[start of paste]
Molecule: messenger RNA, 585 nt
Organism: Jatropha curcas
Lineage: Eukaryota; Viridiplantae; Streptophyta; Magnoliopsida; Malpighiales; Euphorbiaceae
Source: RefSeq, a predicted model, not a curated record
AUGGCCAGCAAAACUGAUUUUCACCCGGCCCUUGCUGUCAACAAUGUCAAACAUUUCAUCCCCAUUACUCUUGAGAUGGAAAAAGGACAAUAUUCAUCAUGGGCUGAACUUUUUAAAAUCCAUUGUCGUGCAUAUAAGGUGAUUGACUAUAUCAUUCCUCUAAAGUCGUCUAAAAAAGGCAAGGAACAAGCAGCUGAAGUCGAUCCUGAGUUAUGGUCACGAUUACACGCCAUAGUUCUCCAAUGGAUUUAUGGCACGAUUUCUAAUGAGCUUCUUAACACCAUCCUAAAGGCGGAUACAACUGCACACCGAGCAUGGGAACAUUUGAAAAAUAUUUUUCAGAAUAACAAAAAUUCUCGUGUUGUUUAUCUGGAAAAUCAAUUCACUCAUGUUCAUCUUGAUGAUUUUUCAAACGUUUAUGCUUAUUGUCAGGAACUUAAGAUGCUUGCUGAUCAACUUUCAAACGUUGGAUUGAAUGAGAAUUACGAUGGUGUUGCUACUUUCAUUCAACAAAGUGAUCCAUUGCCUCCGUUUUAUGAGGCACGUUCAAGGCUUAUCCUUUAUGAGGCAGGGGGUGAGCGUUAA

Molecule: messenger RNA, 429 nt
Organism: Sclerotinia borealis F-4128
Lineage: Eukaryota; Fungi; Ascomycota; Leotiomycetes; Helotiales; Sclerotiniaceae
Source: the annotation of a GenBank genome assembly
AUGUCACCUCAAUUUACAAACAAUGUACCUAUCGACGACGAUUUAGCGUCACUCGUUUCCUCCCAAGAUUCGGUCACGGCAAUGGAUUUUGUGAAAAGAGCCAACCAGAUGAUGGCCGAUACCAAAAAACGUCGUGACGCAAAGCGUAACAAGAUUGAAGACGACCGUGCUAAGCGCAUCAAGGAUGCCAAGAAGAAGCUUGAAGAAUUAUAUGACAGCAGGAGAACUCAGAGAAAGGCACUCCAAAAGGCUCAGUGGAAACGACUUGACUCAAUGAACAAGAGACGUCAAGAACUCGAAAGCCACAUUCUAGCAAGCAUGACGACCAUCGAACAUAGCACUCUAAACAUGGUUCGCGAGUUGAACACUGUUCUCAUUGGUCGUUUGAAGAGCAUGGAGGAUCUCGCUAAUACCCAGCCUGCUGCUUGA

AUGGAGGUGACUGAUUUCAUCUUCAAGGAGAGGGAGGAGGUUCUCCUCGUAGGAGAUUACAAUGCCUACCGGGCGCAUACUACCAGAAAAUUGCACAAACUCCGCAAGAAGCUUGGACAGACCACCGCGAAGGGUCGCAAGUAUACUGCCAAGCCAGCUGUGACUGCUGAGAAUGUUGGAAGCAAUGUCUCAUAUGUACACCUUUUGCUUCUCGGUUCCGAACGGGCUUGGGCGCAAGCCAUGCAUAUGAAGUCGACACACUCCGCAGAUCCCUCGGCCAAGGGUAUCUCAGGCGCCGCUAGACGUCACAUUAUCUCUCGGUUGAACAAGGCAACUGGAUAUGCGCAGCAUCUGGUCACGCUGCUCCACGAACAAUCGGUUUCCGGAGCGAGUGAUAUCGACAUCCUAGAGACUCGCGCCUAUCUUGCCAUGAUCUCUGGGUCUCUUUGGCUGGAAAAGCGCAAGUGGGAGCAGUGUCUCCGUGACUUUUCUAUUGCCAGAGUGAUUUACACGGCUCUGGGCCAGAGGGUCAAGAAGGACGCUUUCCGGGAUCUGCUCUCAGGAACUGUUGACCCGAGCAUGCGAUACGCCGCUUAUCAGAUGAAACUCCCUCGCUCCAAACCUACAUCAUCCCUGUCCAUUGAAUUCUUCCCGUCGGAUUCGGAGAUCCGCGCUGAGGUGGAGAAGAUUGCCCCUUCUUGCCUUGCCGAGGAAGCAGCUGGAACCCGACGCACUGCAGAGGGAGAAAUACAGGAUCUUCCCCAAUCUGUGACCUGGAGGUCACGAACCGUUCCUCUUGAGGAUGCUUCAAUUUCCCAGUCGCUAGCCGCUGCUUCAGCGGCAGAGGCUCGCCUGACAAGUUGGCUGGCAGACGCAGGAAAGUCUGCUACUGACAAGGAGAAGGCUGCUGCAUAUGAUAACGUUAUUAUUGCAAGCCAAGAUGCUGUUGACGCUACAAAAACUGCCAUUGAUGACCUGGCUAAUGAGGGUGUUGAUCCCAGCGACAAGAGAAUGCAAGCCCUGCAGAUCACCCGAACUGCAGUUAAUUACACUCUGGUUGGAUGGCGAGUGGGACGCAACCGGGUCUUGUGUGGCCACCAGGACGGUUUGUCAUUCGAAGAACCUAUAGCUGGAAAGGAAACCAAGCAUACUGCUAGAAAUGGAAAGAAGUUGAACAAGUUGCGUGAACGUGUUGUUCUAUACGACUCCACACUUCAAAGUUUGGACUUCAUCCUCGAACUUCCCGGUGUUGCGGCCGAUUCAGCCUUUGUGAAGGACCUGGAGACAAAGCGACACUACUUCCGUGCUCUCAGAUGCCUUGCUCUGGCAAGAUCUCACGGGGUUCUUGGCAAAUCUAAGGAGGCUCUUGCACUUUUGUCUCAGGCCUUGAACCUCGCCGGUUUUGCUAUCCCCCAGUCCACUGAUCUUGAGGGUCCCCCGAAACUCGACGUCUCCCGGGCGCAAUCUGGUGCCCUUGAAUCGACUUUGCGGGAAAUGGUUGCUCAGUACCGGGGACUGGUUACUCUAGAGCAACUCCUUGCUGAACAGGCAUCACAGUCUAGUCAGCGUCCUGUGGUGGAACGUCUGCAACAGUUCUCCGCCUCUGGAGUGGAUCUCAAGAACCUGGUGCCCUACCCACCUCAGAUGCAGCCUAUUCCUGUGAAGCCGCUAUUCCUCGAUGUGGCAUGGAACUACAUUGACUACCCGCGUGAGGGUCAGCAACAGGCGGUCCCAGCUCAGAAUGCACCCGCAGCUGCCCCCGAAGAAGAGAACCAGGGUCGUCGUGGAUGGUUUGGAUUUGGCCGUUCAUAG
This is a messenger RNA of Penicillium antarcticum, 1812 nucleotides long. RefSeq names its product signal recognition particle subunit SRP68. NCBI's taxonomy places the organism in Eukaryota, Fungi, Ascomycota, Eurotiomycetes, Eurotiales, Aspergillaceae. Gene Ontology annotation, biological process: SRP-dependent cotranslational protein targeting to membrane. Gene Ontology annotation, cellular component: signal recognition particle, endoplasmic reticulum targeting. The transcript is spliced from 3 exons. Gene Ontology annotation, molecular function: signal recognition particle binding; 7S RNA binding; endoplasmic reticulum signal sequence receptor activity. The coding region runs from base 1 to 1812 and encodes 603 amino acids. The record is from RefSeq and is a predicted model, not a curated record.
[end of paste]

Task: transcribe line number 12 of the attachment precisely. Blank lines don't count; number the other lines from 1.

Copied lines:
This is a messenger RNA of Penicillium antarcticum, 1812 nucleotides long. RefSeq names its product signal recognition particle subunit SRP68. NCBI's taxonomy places the organism in Eukaryota, Fungi, Ascomycota, Eurotiomycetes, Eurotiales, Aspergillaceae. Gene Ontology annotation, biological process: SRP-dependent cotranslational protein targeting to membrane. Gene Ontology annotation, cellular component: signal recognition particle, endoplasmic reticulum targeting. The transcript is spliced from 3 exons. Gene Ontology annotation, molecular function: signal recognition particle binding; 7S RNA binding; endoplasmic reticulum signal sequence receptor activity. The coding region runs from base 1 to 1812 and encodes 603 amino acids. The record is from RefSeq and is a predicted model, not a curated record.